BRUSSELS -- When a 19-year-old woman from southern Poland decided to end her pregnancy at 18 weeks, she knew the only way to get an abortion was to rush to a neighboring European country.
Abortion is illegal in most circumstances in Poland, and so for years, many women have traveled within Europe to seek the procedure.
But it was April, and across the continent, borders were closing because of the coronavirus pandemic. So she and a friend loaded up their Renault with instant noodles and candy for a 14-hour race to Utrecht in the Netherlands. They made it just in time for her to have the procedure and return home, her friend said.
From the world's richest nations to some of its poorest, the pandemic has brought governments and health care systems to their knees. For many women in Europe seeking abortions, the virus added another obstacle in an already complicated and time-sensitive course.
Closing borders made it harder for women in countries with strict abortion regulations, like Poland, to seek the procedure elsewhere.
And governments in Germany, Austria, Romania, Croatia and Slovakia, trying to tackle the health care demands of the pandemic, did not label abortions as essential, time-sensitive procedures.
Under normal circumstances, a woman in these countries can get an abortion during the first half of a pregnancy. But not including abortions on the essential procedures list meant that hospitals and clinics were free to turn women away. And some did, though they have now reopened or will this month.
But for a time, the continent had "a combination of factors coinciding: Hospital care is restricted, doctors are shutting down services, states are not classifying abortions as an essential service," said Leah Hoctor, the Europe director of the Center for Reproductive Rights, an advocacy group.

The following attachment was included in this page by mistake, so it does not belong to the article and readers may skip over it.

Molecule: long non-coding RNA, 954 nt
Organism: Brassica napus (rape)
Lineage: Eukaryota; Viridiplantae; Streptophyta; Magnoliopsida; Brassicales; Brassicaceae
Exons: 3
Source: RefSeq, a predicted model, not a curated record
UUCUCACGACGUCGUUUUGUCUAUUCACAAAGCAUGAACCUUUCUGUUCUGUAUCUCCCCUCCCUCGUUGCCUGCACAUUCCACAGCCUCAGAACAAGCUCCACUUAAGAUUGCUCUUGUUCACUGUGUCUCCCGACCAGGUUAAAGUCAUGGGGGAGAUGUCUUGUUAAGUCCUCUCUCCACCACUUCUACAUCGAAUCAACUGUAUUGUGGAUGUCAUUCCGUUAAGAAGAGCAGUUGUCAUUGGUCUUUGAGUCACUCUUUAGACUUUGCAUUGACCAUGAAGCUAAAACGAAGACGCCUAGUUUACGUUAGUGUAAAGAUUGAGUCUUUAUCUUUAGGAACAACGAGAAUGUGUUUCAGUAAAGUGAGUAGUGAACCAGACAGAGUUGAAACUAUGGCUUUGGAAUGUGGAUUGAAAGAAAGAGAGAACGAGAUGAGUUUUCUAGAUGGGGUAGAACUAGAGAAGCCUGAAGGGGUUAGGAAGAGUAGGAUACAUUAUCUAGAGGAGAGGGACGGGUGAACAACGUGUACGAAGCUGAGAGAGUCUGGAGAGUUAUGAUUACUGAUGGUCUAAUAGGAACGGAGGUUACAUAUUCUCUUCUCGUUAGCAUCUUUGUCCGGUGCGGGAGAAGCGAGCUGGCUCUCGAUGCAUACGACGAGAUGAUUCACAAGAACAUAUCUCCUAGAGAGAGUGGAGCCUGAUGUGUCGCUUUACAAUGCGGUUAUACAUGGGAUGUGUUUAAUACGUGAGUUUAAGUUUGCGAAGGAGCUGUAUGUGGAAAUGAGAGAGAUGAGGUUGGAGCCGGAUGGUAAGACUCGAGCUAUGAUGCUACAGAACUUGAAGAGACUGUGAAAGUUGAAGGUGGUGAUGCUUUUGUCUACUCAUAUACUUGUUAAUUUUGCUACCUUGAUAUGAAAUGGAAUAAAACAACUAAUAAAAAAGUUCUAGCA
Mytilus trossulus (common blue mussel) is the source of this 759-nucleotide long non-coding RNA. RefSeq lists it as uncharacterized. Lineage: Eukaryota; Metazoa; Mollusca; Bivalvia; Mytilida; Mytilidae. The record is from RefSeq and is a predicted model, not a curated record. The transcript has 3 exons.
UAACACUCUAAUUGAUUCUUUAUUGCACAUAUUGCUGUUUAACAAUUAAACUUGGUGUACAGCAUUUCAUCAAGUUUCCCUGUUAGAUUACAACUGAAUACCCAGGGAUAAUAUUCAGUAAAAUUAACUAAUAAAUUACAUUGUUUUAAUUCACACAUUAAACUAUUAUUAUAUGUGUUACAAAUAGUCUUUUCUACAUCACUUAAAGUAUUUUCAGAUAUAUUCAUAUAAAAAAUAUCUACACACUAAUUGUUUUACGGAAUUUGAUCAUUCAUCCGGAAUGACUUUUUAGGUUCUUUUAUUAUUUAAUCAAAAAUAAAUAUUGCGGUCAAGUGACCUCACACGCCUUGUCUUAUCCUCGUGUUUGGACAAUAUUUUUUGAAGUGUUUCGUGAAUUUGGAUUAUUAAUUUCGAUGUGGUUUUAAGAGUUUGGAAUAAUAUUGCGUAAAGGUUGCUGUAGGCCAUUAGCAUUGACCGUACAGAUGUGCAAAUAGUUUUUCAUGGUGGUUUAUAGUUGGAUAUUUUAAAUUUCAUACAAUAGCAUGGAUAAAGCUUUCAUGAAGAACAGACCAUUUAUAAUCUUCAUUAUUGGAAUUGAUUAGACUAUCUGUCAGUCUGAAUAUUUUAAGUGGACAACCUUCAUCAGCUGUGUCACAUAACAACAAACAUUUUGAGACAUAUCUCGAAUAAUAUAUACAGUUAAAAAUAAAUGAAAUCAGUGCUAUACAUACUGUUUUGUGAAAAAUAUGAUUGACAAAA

She added that governments failed to understand that a woman who needs an abortion needs to have it in a timely manner.
The pandemic also unexpectedly loosened restrictions in a small number of places in Europe.
France; Ireland; and England, Scotland and Wales in Britain all loosened restrictions and permitted at-home abortions with medication administered by prescription and the guidance of a medical professional over the phone or online.
Before the pandemic, medical abortions in these countries were permitted only after an in-person consultation with a doctor, and the medication had to be taken in a clinic, not at home.
Authorities in Britain said allowing at-home medical abortions with remote guidance was a temporary measure. But Hoctor said she hoped the countries that permitted the procedure would not go back to restricting it.
At-home abortions "represent women-centered, evidence-based policy changes," Hoctor said. "The fact that these laws and policies were changed quickly in order to respond to the pandemic demonstrates that it is possible to modernize European countries' abortion laws."
From the outset of the coronavirus outbreak, advocacy groups and the United Nations warned that women's access to reproductive services could be imperiled.
In April, the U.N.'s sexual and reproductive health agency estimated that there could be 7 million unintended pregnancies around the world -- potentially increasing the demand for abortions -- if lockdowns continued for six months and there were disruptions to reproductive services.
"As a corollary, unsafe abortions will increase," Natalia Kanem, executive director of the agency, said in April.
This month, the World Health Organization reiterated the need for governments to maintain access to safe reproductive services.
"Even a 10% reduction in these services could result in an estimated 15 million unintended pregnancies, 3.3 million unsafe abortions and 29,000 additional maternal deaths during the next 12 months," the organization said in a recent report.
Hoctor said that as the coronavirus swept through Europe, demand for abortions rose.
In many European Union countries, abortions are legal and relatively accessible. But there are restrictions in some parts of the region, so women have historically used the continent's open borders to choose providers and legal frameworks that suit them best, a largely unseen byproduct of mobility within Europe.
Advocacy groups and doctors say it's impossible to know how many women have been affected by closing borders, given that records of abortions and who has them are not public.